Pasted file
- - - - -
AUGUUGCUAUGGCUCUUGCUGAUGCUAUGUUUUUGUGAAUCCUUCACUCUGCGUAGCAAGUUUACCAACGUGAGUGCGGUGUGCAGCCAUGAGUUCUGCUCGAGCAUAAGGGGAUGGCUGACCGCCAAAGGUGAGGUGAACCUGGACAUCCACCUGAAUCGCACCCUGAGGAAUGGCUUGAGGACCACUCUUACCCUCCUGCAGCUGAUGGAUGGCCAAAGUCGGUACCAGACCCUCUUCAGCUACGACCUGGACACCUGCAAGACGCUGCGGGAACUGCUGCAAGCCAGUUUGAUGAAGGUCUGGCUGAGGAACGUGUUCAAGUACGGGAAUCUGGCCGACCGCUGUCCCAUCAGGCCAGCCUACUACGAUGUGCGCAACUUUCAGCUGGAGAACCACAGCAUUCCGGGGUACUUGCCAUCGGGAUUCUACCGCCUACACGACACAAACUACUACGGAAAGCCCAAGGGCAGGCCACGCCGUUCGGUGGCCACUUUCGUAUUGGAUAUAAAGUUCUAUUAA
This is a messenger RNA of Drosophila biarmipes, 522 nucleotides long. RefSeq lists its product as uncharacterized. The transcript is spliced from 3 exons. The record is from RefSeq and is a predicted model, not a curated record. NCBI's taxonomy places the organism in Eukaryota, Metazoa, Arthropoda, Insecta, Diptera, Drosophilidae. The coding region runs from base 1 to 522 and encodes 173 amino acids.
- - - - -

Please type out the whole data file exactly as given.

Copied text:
AUGUUGCUAUGGCUCUUGCUGAUGCUAUGUUUUUGUGAAUCCUUCACUCUGCGUAGCAAGUUUACCAACGUGAGUGCGGUGUGCAGCCAUGAGUUCUGCUCGAGCAUAAGGGGAUGGCUGACCGCCAAAGGUGAGGUGAACCUGGACAUCCACCUGAAUCGCACCCUGAGGAAUGGCUUGAGGACCACUCUUACCCUCCUGCAGCUGAUGGAUGGCCAAAGUCGGUACCAGACCCUCUUCAGCUACGACCUGGACACCUGCAAGACGCUGCGGGAACUGCUGCAAGCCAGUUUGAUGAAGGUCUGGCUGAGGAACGUGUUCAAGUACGGGAAUCUGGCCGACCGCUGUCCCAUCAGGCCAGCCUACUACGAUGUGCGCAACUUUCAGCUGGAGAACCACAGCAUUCCGGGGUACUUGCCAUCGGGAUUCUACCGCCUACACGACACAAACUACUACGGAAAGCCCAAGGGCAGGCCACGCCGUUCGGUGGCCACUUUCGUAUUGGAUAUAAAGUUCUAUUAA
This is a messenger RNA of Drosophila biarmipes, 522 nucleotides long. RefSeq lists its product as uncharacterized. The transcript is spliced from 3 exons. The record is from RefSeq and is a predicted model, not a curated record. NCBI's taxonomy places the organism in Eukaryota, Metazoa, Arthropoda, Insecta, Diptera, Drosophilidae. The coding region runs from base 1 to 522 and encodes 173 amino acids.